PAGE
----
Are you getting an idea now how implausible the department’s explanations are regarding plans for massive ammunition purchases in the coming years? And what about the assault rifles and MRAPs?
DHS has no history of purchasing this much ammunition – ever
For now, let’s just focus on the ammo issue. The excuses given by DHS officials for such a large purchase are 1) fed training facilities burn through a lot of ammo every year so the government needs these rounds; and 2) the government is merely taking advantage of bulk purchase pricing, like you and I would if we shopped at Sam’s Club or a similar bulk-savings retailer.
A Natural News examination of the FBO website; however, found that the government’s bulk ammo purchases are fairly recent, dating back to this solicitation to purchase 1,000 rounds of .40 cal. “frangible” ammo in 2008. Frangible bullets are designed to break apart when they strike a hard object, like a wall.
Government ammunition solicitations began to increase dramatically with this request for 50-75 million rounds in December 2010, eventually culminating in the billions of rounds now solicited, on order or set for delivery.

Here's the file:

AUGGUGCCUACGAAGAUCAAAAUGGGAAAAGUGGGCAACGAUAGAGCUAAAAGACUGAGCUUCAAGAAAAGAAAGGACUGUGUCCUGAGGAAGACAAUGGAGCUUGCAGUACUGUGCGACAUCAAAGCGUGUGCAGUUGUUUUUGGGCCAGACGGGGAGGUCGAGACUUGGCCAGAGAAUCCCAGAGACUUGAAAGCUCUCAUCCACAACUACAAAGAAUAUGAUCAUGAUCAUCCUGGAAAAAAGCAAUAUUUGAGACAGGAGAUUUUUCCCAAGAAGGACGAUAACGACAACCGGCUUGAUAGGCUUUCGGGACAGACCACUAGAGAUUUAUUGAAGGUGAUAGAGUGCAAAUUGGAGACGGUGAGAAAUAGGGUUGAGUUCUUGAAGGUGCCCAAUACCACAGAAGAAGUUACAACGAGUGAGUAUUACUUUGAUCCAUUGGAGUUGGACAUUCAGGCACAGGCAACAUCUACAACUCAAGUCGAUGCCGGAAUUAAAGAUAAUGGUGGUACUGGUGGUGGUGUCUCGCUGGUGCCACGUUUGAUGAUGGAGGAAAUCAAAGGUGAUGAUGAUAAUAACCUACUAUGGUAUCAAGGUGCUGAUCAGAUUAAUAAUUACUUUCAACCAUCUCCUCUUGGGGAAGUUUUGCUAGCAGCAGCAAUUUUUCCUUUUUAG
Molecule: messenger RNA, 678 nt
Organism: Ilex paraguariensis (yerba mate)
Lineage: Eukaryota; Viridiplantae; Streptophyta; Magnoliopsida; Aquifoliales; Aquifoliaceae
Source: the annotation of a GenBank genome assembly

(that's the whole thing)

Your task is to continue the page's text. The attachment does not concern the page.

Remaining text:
Ironically, the pace with which the government began purchasing so much ammunition, weapons and other military gear coincide with events here and abroad that do not bode well for the long-term economic health of our nation. So does that mean Levin, a seasoned political observer and former federal government insider who was once chief of staff to Attorney General Edwin Meese, completely off the mark? Remember, this is a man who doesn’t subscribe to conspiracy theories.